Most of the concerns mentioned above could be addressed by establishing a national technical working group (TWG) for MIP, comprised of leaders from the divisions of malaria, RH and HIV. Other key members should represent the departments responsible for laboratories/diagnostics, medical stores, pre-service and in-service education, health management information and monitoring/evaluation. The importance of TWGs across countries is well documented [19, 20]. They provide an important mechanism not only to harmonize efforts, but also foster partnerships and create a working environment to coordinate and support programme implementation.

The TWG should identify and address gaps in the health system that are precluding uptake of IPTp-SP and LLINs in ANC clinics. Ideally, all elements of ANC should be scrutinized to ensure that women receive the complete package of services along with LLINs and IPTp-SP in an integrated manner. The TWG should engage all programmes linked with MNH to formulate a comprehensive checklist of services that every ANC clinic is responsible for providing and documenting. Ideally, RH programmes should lead the implementation of all interventions, including MIP, that ensure healthy outcomes for pregnant women and their newborns throughout the continuum of care, with technical oversight for MIP from the malaria control programme. It is important that NMCP inform RH colleagues of new or pending changes in malaria policies and guidelines so that RH documents reflect these in a timely manner. Policies and guidance documents for all ANC services, including MIP prevention and treatment, should be formulated jointly by NMCP, RH and related programmes in each country, so that inconsistencies can be averted. On a global level, WHO can ensure collaboration between the Department of Maternal, Newborn, Child and Adolescent Health and the Global Malaria Programme as new ANC guidelines are developed.


This review has some limitations. Not all documents requested from each country were available, and formal measurement was not done of how these national level documents affect implementation of MIP programmes. In addition, the convenience nature of our sample restricted the review to countries where at least some formal policy documents were reasonably available. As a result, the MIP policy situation in these five countries may be better than is typical across the rest of the malaria-endemic countries. As noted, information specific to MIP prevention or management may exist in documents outside those produced by the NMCP and RH programmes (such as guidelines for programmes implemented to prevent mother-to-child transmission of HIV), which would not have been considered in this review.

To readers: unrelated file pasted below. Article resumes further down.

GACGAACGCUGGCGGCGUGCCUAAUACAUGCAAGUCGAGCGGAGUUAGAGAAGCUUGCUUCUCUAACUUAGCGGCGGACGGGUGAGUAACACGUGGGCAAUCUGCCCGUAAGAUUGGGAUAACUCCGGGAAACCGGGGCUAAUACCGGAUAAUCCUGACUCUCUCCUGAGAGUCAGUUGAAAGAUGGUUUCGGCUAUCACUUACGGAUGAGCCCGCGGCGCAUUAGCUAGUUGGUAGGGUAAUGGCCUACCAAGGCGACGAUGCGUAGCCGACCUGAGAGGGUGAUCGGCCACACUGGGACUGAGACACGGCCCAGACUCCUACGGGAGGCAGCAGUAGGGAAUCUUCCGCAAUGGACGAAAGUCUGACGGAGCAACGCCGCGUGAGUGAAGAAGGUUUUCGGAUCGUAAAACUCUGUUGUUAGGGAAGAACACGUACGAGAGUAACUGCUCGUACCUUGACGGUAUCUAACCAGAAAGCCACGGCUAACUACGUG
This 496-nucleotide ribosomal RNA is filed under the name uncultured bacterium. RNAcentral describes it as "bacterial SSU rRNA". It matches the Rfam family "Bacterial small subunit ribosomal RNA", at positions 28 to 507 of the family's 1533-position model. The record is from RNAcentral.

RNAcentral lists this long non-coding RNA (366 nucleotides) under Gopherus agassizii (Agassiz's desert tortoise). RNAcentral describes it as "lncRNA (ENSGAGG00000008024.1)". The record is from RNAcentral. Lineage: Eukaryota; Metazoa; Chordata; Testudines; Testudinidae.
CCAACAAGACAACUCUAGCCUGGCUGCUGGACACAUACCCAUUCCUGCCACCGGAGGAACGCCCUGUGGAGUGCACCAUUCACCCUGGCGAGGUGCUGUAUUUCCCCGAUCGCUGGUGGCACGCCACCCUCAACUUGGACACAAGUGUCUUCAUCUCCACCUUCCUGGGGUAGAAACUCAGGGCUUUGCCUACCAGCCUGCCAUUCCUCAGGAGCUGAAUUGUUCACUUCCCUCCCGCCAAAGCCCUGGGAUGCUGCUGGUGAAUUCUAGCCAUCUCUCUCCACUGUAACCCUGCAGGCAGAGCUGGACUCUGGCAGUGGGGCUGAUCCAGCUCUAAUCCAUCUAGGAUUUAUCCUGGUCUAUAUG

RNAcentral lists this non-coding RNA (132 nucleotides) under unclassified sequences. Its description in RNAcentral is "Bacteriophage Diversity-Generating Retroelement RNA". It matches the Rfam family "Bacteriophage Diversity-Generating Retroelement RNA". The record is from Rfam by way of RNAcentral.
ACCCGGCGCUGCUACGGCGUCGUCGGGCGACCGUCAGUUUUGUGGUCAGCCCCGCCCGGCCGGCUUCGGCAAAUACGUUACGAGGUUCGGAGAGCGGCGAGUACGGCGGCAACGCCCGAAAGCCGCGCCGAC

The October 2012 WHO policy recommendation for IPTp-SP affords countries the opportunity to review their national-level policies and guidelines for malaria and RH and to update all national documents relating to prevention and treatment of MIP according to WHO guidelines. The WHO recommendation is also an opportunity for national malaria, RH and HIV programmes to collaborate in the revision, formulation and dissemination of correct, consistent and complete guidelines on MIP for all levels of health workers in all settings, and in ensuring that MIP becomes and remains a core component of integrated MNH services. To ensure rapid change and sustainable results, close collaboration between NMCP and RH, with RH taking ownership of MIP through ANC services, is a necessary ingredient to overcome inconsistencies in guidance documents. Scale-up of effective MIP services will result in attainment of international targets for uptake of IPTp-SP and LLINs, and, ultimately, in improved maternal and newborn outcomes.


aThis report refers to: 1) insecticide-treated nets (ITNs), which are the conventionally treated nets that have been dipped in insecticide and require retreatment after three washes or after one year of use; and 2) long-lasting insecticidal nets (LLINs), which are made with factory-treated netting material that incorporates insecticide within, or bound around, the fibres. These nets must retain their effectiveness without retreatment for at least 20 washes and three years of recommended use in the field. In 2007, WHO’s guidance to NMCPs and partners shifted to use of LLINs. Consistent with WHO’s guidance, the term “LLIN” is used in the recommendations of this report. The term “ITN” is used in this report where data and resources cited specify ITNs.

b The framework mentioned is available at:

c Guidelines are considered complete if they contain drug names, routes, doses and duration, as well as use by trimester of pregnancy and severity of infection.



Artemisinin-based combination therapy


Antenatal care




Directly observed therapy


Focused antenatal care


Human immunodeficiency virus/acquired immunodeficiency syndrome


Intermittent preventive treatment in pregnancy


Intermittent preventive treatment in pregnancy with sulphadoxine-pyrimethamine


Insecticide-treated bed net


Long-lasting insecticide-treated bed net


Malaria in pregnancy


Maternal and newborn health


National Malaria Control Programme


Rapid diagnostic test


Reproductive health




Technical working group


World Health Organization.



This manuscript was made possible by the generous support of the American people through the U.S. Agency for International Development (USAID), under the terms of the Leader with Associates Cooperative Agreement GHS-A-00-08-00002-00. The authors would like to thank various experts collaborating on malaria programmes in Kenya, Madagascar, Mainland Tanzania and Uganda for their responses to questions about MIP in their countries.